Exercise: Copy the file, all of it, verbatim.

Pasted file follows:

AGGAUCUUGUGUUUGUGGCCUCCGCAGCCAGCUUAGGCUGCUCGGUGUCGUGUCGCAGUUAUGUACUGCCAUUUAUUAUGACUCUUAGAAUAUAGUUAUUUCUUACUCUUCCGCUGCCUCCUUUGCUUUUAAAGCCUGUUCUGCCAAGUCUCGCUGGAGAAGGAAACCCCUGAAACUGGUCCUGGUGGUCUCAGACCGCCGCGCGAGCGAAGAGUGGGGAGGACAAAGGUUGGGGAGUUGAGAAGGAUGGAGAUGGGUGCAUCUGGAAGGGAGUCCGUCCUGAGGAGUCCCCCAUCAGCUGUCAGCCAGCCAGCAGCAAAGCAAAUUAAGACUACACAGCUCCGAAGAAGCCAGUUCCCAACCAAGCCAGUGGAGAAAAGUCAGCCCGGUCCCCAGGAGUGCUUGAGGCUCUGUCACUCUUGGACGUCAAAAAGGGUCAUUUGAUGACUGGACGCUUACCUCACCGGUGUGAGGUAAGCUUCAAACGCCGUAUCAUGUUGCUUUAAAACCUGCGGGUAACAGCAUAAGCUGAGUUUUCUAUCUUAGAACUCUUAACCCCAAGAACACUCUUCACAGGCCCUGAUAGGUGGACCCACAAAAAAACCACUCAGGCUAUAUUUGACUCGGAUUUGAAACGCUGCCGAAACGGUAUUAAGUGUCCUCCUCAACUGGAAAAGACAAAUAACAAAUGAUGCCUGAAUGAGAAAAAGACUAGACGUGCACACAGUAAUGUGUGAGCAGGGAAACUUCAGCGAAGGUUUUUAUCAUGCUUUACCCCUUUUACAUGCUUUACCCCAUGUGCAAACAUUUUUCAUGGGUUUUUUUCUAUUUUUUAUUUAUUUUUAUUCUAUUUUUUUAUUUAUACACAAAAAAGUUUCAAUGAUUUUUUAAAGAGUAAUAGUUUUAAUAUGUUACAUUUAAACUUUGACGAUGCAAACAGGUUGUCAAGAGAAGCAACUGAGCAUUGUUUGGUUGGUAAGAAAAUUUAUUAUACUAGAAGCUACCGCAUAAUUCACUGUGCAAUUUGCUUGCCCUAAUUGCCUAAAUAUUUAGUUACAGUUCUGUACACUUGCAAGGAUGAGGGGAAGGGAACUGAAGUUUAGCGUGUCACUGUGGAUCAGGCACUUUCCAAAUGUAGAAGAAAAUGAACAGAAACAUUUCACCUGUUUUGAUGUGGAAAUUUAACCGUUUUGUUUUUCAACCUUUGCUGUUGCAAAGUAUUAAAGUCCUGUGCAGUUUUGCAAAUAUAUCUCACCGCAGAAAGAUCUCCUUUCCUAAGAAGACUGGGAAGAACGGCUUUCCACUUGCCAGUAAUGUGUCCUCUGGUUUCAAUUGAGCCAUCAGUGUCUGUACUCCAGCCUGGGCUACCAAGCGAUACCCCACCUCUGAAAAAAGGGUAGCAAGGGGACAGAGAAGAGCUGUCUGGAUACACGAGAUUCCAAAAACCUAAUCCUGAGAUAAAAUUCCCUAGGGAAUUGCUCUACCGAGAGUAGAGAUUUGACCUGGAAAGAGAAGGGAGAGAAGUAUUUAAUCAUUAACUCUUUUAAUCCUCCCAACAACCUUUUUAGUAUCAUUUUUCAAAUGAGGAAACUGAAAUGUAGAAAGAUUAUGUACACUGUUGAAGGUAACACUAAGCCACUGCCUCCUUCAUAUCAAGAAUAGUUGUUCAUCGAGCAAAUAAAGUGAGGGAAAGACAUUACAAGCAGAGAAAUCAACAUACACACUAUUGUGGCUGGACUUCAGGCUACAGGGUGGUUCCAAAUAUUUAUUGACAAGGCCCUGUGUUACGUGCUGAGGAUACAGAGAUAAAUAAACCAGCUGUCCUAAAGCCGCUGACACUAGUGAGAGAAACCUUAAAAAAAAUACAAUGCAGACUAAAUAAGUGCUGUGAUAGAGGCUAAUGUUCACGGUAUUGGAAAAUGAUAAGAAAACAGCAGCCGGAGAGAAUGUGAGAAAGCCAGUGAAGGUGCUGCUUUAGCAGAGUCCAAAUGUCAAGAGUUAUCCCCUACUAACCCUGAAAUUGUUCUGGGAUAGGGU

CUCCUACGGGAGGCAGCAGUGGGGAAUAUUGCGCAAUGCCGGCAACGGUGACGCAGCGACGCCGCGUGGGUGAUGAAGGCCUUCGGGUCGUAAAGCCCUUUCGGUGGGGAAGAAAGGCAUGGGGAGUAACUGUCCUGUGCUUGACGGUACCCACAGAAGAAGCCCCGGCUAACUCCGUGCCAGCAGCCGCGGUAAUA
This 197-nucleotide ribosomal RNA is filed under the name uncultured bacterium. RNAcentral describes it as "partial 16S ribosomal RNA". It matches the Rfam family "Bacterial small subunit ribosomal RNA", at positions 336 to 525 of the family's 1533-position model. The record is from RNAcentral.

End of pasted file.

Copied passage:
AGGAUCUUGUGUUUGUGGCCUCCGCAGCCAGCUUAGGCUGCUCGGUGUCGUGUCGCAGUUAUGUACUGCCAUUUAUUAUGACUCUUAGAAUAUAGUUAUUUCUUACUCUUCCGCUGCCUCCUUUGCUUUUAAAGCCUGUUCUGCCAAGUCUCGCUGGAGAAGGAAACCCCUGAAACUGGUCCUGGUGGUCUCAGACCGCCGCGCGAGCGAAGAGUGGGGAGGACAAAGGUUGGGGAGUUGAGAAGGAUGGAGAUGGGUGCAUCUGGAAGGGAGUCCGUCCUGAGGAGUCCCCCAUCAGCUGUCAGCCAGCCAGCAGCAAAGCAAAUUAAGACUACACAGCUCCGAAGAAGCCAGUUCCCAACCAAGCCAGUGGAGAAAAGUCAGCCCGGUCCCCAGGAGUGCUUGAGGCUCUGUCACUCUUGGACGUCAAAAAGGGUCAUUUGAUGACUGGACGCUUACCUCACCGGUGUGAGGUAAGCUUCAAACGCCGUAUCAUGUUGCUUUAAAACCUGCGGGUAACAGCAUAAGCUGAGUUUUCUAUCUUAGAACUCUUAACCCCAAGAACACUCUUCACAGGCCCUGAUAGGUGGACCCACAAAAAAACCACUCAGGCUAUAUUUGACUCGGAUUUGAAACGCUGCCGAAACGGUAUUAAGUGUCCUCCUCAACUGGAAAAGACAAAUAACAAAUGAUGCCUGAAUGAGAAAAAGACUAGACGUGCACACAGUAAUGUGUGAGCAGGGAAACUUCAGCGAAGGUUUUUAUCAUGCUUUACCCCUUUUACAUGCUUUACCCCAUGUGCAAACAUUUUUCAUGGGUUUUUUUCUAUUUUUUAUUUAUUUUUAUUCUAUUUUUUUAUUUAUACACAAAAAAGUUUCAAUGAUUUUUUAAAGAGUAAUAGUUUUAAUAUGUUACAUUUAAACUUUGACGAUGCAAACAGGUUGUCAAGAGAAGCAACUGAGCAUUGUUUGGUUGGUAAGAAAAUUUAUUAUACUAGAAGCUACCGCAUAAUUCACUGUGCAAUUUGCUUGCCCUAAUUGCCUAAAUAUUUAGUUACAGUUCUGUACACUUGCAAGGAUGAGGGGAAGGGAACUGAAGUUUAGCGUGUCACUGUGGAUCAGGCACUUUCCAAAUGUAGAAGAAAAUGAACAGAAACAUUUCACCUGUUUUGAUGUGGAAAUUUAACCGUUUUGUUUUUCAACCUUUGCUGUUGCAAAGUAUUAAAGUCCUGUGCAGUUUUGCAAAUAUAUCUCACCGCAGAAAGAUCUCCUUUCCUAAGAAGACUGGGAAGAACGGCUUUCCACUUGCCAGUAAUGUGUCCUCUGGUUUCAAUUGAGCCAUCAGUGUCUGUACUCCAGCCUGGGCUACCAAGCGAUACCCCACCUCUGAAAAAAGGGUAGCAAGGGGACAGAGAAGAGCUGUCUGGAUACACGAGAUUCCAAAAACCUAAUCCUGAGAUAAAAUUCCCUAGGGAAUUGCUCUACCGAGAGUAGAGAUUUGACCUGGAAAGAGAAGGGAGAGAAGUAUUUAAUCAUUAACUCUUUUAAUCCUCCCAACAACCUUUUUAGUAUCAUUUUUCAAAUGAGGAAACUGAAAUGUAGAAAGAUUAUGUACACUGUUGAAGGUAACACUAAGCCACUGCCUCCUUCAUAUCAAGAAUAGUUGUUCAUCGAGCAAAUAAAGUGAGGGAAAGACAUUACAAGCAGAGAAAUCAACAUACACACUAUUGUGGCUGGACUUCAGGCUACAGGGUGGUUCCAAAUAUUUAUUGACAAGGCCCUGUGUUACGUGCUGAGGAUACAGAGAUAAAUAAACCAGCUGUCCUAAAGCCGCUGACACUAGUGAGAGAAACCUUAAAAAAAAUACAAUGCAGACUAAAUAAGUGCUGUGAUAGAGGCUAAUGUUCACGGUAUUGGAAAAUGAUAAGAAAACAGCAGCCGGAGAGAAUGUGAGAAAGCCAGUGAAGGUGCUGCUUUAGCAGAGUCCAAAUGUCAAGAGUUAUCCCCUACUAACCCUGAAAUUGUUCUGGGAUAGGGU

CUCCUACGGGAGGCAGCAGUGGGGAAUAUUGCGCAAUGCCGGCAACGGUGACGCAGCGACGCCGCGUGGGUGAUGAAGGCCUUCGGGUCGUAAAGCCCUUUCGGUGGGGAAGAAAGGCAUGGGGAGUAACUGUCCUGUGCUUGACGGUACCCACAGAAGAAGCCCCGGCUAACUCCGUGCCAGCAGCCGCGGUAAUA
This 197-nucleotide ribosomal RNA is filed under the name uncultured bacterium. RNAcentral describes it as "partial 16S ribosomal RNA". It matches the Rfam family "Bacterial small subunit ribosomal RNA", at positions 336 to 525 of the family's 1533-position model. The record is from RNAcentral.